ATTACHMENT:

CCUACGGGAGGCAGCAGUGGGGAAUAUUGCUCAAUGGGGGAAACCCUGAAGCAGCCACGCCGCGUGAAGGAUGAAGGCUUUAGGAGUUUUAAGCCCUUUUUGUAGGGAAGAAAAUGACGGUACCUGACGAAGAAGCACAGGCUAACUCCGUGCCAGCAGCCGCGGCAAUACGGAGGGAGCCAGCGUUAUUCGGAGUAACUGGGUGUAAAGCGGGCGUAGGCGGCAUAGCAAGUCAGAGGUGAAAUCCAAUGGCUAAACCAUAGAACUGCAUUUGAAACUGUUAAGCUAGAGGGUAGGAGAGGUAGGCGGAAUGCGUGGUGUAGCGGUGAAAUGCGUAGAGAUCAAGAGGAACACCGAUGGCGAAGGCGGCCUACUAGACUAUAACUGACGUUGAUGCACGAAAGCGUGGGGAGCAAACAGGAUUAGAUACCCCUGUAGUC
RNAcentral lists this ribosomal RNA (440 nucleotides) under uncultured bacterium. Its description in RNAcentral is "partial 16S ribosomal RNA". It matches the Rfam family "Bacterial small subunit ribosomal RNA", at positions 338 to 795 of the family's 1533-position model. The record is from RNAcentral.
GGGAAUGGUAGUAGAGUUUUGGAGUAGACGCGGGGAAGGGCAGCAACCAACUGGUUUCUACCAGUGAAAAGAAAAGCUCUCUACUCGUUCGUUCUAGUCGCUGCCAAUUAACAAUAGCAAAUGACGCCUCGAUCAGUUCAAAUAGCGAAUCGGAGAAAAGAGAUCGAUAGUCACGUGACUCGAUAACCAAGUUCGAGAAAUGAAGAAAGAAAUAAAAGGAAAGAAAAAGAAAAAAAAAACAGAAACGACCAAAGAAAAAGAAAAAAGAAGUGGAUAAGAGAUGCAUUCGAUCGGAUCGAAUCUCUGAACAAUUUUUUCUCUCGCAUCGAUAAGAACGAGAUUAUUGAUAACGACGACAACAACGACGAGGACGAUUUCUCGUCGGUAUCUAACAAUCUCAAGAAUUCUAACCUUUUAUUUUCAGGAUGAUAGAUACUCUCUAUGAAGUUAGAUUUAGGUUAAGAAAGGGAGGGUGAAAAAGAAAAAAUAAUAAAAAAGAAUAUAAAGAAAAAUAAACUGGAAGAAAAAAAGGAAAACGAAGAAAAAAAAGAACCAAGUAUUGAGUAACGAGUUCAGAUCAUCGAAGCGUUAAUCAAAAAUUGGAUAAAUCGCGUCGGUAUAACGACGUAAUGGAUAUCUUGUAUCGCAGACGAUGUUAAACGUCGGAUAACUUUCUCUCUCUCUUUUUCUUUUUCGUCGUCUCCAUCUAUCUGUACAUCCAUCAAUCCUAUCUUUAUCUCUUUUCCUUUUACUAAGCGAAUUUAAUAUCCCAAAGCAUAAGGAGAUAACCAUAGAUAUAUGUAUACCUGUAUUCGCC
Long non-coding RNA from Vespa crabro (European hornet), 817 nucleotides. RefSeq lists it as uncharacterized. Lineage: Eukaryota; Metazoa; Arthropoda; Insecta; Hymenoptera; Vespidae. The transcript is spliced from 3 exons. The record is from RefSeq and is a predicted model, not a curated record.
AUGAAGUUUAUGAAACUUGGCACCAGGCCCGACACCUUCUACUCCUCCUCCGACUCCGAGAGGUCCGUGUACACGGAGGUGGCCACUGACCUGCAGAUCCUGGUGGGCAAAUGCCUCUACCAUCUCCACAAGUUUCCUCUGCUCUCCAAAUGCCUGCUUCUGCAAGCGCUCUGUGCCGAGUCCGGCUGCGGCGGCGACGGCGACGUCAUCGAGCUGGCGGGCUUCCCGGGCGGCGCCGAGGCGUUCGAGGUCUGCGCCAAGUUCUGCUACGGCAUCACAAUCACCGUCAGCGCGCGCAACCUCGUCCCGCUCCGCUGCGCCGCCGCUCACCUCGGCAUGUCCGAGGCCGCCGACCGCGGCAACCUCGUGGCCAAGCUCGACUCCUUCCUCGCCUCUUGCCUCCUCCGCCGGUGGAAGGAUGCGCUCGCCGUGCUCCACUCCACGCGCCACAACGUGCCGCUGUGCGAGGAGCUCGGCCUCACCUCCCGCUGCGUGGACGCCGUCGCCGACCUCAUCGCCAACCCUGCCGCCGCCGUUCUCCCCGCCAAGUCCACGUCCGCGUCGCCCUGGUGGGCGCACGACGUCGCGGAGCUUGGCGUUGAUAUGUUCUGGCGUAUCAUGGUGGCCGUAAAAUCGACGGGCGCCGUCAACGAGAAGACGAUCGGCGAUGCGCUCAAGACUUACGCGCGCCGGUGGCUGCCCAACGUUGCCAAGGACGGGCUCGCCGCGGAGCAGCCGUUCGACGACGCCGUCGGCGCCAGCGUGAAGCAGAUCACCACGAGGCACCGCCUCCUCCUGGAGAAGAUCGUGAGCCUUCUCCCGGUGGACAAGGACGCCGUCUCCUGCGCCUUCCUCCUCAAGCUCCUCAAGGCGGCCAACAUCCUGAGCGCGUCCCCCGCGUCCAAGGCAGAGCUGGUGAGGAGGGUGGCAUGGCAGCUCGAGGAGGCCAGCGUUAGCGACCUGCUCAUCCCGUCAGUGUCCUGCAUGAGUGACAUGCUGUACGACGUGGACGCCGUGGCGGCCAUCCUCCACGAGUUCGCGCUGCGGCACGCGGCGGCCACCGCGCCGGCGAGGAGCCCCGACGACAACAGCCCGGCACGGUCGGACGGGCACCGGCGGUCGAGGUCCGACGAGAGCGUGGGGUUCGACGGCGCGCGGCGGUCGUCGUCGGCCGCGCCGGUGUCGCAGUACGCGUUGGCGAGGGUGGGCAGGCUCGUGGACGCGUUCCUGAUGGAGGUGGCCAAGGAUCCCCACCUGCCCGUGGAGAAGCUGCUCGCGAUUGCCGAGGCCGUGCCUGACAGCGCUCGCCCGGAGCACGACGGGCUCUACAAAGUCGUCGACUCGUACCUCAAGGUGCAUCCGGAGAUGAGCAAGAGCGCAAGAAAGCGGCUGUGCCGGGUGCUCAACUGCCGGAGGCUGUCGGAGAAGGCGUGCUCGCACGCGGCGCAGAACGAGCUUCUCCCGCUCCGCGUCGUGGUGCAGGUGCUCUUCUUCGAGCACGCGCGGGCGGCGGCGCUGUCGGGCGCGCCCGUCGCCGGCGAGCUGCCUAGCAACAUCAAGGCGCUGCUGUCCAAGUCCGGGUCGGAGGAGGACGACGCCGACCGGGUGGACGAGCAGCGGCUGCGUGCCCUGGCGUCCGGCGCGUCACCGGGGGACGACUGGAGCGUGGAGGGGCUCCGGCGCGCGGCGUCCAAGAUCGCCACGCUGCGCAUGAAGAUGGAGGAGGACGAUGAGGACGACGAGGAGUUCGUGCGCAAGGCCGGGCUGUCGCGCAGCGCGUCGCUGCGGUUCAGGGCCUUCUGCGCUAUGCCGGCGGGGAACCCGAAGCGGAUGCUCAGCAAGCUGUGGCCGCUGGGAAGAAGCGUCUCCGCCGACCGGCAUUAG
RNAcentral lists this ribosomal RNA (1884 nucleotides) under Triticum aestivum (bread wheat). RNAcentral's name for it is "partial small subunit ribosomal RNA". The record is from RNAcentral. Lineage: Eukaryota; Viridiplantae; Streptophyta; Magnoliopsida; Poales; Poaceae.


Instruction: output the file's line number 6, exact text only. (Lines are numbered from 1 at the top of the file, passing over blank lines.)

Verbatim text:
RNAcentral lists this ribosomal RNA (1884 nucleotides) under Triticum aestivum (bread wheat). RNAcentral's name for it is "partial small subunit ribosomal RNA". The record is from RNAcentral. Lineage: Eukaryota; Viridiplantae; Streptophyta; Magnoliopsida; Poales; Poaceae.